There is no statutory time limit for a period of consultation where the plan involves less than 20 redundancies.

The point is that consultation needs to allow sufficient time for the employee to be warned in the first place and then given information about the business needs and intended process. The affected employee needs time to read and digest that information and then time to respond to that information.

To be meaningful, consultation needs to provide the employee with an opportunity to comment on the basis for selection in terms of the pool and selection criteria and a chance to challenge the redundancy selection assessment, and to suggest ways to avoid redundancy.

There must obviously be time for the employer to actively consider the observations made by the employees before a decision can be made.

There are some situations where consultation is futile but these are rare and businesses are well advised that the shorter the period of consultation the more likely it is that the quality of the consultation will be challenged in the event of dismissal.

6. Can I ‘bump’ staff to avoid redundancy?

Bumping means moving a potentially redundant employee into another role and dismissing the person currently performing that role.

Bumping is permissible and can be deployed to avoid a redundancy of a valuable and senior member of staff especially in circumstances where the bumped employee is relatively junior or short service. However, it is not without risk. It can be damaging to employee relations and the bumped employee may well claim that they have been unfairly treated and unfairly dismissed. A bumped employee is also likely to be entitled to a redundancy payment if they have more than 2 years’ service.

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7. Why bother with the process at all? Doesn’t ‘last in, first out’ represent a fair and easy way to get to the result?

This was historically a popular way to select for redundancy. It is fairly crude however. It also avoids the necessary application of selection criteria and meaningful consultation.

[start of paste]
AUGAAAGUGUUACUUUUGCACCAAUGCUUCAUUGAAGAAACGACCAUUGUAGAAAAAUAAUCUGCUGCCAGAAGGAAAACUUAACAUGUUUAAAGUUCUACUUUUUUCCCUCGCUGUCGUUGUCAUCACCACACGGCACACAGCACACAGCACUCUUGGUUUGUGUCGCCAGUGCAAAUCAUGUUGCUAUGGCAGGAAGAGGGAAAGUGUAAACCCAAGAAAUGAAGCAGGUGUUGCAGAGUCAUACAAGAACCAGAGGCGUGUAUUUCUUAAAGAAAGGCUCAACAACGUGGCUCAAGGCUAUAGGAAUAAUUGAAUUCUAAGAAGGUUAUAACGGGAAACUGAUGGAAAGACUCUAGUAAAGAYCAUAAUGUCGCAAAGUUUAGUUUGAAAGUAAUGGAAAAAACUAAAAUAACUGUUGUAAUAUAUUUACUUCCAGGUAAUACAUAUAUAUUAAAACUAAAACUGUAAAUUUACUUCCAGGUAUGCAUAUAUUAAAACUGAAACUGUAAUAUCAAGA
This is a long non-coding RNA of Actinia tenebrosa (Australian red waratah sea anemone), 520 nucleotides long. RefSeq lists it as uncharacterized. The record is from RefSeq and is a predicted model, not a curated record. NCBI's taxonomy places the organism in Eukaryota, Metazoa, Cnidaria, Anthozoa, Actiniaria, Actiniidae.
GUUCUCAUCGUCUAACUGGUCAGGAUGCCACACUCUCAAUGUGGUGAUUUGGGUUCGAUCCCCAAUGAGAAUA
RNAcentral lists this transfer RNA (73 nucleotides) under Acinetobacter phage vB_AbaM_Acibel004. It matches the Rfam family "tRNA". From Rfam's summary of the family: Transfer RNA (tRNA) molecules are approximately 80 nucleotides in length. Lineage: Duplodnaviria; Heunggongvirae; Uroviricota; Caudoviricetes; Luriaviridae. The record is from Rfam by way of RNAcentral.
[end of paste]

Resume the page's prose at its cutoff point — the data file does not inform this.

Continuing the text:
It is better to identify a pool of ‘at risk’ employees and then to use objective selection criteria. This reduces the risk of arguments that the consequences of LIFO produced a discriminatory outcome and/or meant that consultation was pointless and unfair. Reserve LIFO decision-making for tie break situations where scoring has not produced a clear result.

8. What is a redundant employee entitled to financially on dismissal?

Employees are entitled to be paid statutory or contractual notice whichever is the greater, accrued outstanding holiday pay and statutory redundancy pay. Please remember that employees may also be entitled to enhanced redundancy pay if this is an express term of employment or an implied term by reason of sustained custom and practice. And finally, any dismissed employee is entitled to appeal that decision.

The redundancy process can be complicated, and is crucial to get right. Goughs’ Employment Law expert, Rebecca Dennis is here to support you and your business. Get in touch today to find out how we can support you in running your business and provide you with tailored, comprehensive and practical advice. We are not here to tell you what to do, but to help you to make things happen, how and when you want.

We are also now offering a HR Hotline that provides you with direct access to one of our professional employment law specialists within your budget​. To find out more about the HR Hotline and get your bespoke quote, click here today.

Head of Employment Law, and author of this article, Rebecca Dennis.